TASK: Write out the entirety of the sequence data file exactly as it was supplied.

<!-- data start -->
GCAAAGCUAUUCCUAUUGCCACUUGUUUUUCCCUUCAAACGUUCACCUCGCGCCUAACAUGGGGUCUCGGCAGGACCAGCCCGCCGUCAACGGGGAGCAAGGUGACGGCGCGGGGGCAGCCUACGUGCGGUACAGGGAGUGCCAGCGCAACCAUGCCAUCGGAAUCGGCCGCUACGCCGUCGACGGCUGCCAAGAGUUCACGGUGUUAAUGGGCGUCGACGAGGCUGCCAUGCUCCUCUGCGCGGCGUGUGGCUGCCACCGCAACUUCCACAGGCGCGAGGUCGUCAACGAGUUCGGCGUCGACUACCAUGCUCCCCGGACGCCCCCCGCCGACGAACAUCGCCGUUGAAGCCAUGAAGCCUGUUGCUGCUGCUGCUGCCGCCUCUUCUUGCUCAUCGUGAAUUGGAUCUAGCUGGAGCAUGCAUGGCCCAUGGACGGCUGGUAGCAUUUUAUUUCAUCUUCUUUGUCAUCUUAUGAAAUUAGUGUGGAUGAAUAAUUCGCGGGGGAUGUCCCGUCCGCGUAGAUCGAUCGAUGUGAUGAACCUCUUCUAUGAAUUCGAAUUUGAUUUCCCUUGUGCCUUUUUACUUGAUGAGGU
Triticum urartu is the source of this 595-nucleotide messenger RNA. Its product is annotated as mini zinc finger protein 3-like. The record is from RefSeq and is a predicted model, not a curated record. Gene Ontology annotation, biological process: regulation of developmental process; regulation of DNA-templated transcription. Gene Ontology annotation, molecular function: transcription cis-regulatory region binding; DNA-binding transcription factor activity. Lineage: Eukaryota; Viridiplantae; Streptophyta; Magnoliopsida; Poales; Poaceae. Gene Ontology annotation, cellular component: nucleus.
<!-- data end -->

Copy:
GCAAAGCUAUUCCUAUUGCCACUUGUUUUUCCCUUCAAACGUUCACCUCGCGCCUAACAUGGGGUCUCGGCAGGACCAGCCCGCCGUCAACGGGGAGCAAGGUGACGGCGCGGGGGCAGCCUACGUGCGGUACAGGGAGUGCCAGCGCAACCAUGCCAUCGGAAUCGGCCGCUACGCCGUCGACGGCUGCCAAGAGUUCACGGUGUUAAUGGGCGUCGACGAGGCUGCCAUGCUCCUCUGCGCGGCGUGUGGCUGCCACCGCAACUUCCACAGGCGCGAGGUCGUCAACGAGUUCGGCGUCGACUACCAUGCUCCCCGGACGCCCCCCGCCGACGAACAUCGCCGUUGAAGCCAUGAAGCCUGUUGCUGCUGCUGCUGCCGCCUCUUCUUGCUCAUCGUGAAUUGGAUCUAGCUGGAGCAUGCAUGGCCCAUGGACGGCUGGUAGCAUUUUAUUUCAUCUUCUUUGUCAUCUUAUGAAAUUAGUGUGGAUGAAUAAUUCGCGGGGGAUGUCCCGUCCGCGUAGAUCGAUCGAUGUGAUGAACCUCUUCUAUGAAUUCGAAUUUGAUUUCCCUUGUGCCUUUUUACUUGAUGAGGU
Triticum urartu is the source of this 595-nucleotide messenger RNA. Its product is annotated as mini zinc finger protein 3-like. The record is from RefSeq and is a predicted model, not a curated record. Gene Ontology annotation, biological process: regulation of developmental process; regulation of DNA-templated transcription. Gene Ontology annotation, molecular function: transcription cis-regulatory region binding; DNA-binding transcription factor activity. Lineage: Eukaryota; Viridiplantae; Streptophyta; Magnoliopsida; Poales; Poaceae. Gene Ontology annotation, cellular component: nucleus.